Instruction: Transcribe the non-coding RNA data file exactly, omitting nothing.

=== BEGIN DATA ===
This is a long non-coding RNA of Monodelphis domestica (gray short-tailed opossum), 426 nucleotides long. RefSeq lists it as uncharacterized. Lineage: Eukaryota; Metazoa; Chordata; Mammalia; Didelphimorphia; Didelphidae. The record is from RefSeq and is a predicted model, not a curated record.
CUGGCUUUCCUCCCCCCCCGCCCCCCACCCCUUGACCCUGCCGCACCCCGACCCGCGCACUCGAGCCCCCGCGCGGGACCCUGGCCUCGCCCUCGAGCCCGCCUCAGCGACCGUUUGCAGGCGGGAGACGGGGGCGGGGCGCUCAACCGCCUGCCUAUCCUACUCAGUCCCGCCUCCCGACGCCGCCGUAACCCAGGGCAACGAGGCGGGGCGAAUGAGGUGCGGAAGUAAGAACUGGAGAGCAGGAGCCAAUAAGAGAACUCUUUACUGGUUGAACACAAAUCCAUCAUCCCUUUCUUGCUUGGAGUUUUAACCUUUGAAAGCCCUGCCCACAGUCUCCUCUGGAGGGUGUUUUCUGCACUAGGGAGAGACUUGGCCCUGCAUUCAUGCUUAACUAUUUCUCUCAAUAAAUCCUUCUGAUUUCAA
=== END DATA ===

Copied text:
This is a long non-coding RNA of Monodelphis domestica (gray short-tailed opossum), 426 nucleotides long. RefSeq lists it as uncharacterized. Lineage: Eukaryota; Metazoa; Chordata; Mammalia; Didelphimorphia; Didelphidae. The record is from RefSeq and is a predicted model, not a curated record.
CUGGCUUUCCUCCCCCCCCGCCCCCCACCCCUUGACCCUGCCGCACCCCGACCCGCGCACUCGAGCCCCCGCGCGGGACCCUGGCCUCGCCCUCGAGCCCGCCUCAGCGACCGUUUGCAGGCGGGAGACGGGGGCGGGGCGCUCAACCGCCUGCCUAUCCUACUCAGUCCCGCCUCCCGACGCCGCCGUAACCCAGGGCAACGAGGCGGGGCGAAUGAGGUGCGGAAGUAAGAACUGGAGAGCAGGAGCCAAUAAGAGAACUCUUUACUGGUUGAACACAAAUCCAUCAUCCCUUUCUUGCUUGGAGUUUUAACCUUUGAAAGCCCUGCCCACAGUCUCCUCUGGAGGGUGUUUUCUGCACUAGGGAGAGACUUGGCCCUGCAUUCAUGCUUAACUAUUUCUCUCAAUAAAUCCUUCUGAUUUCAA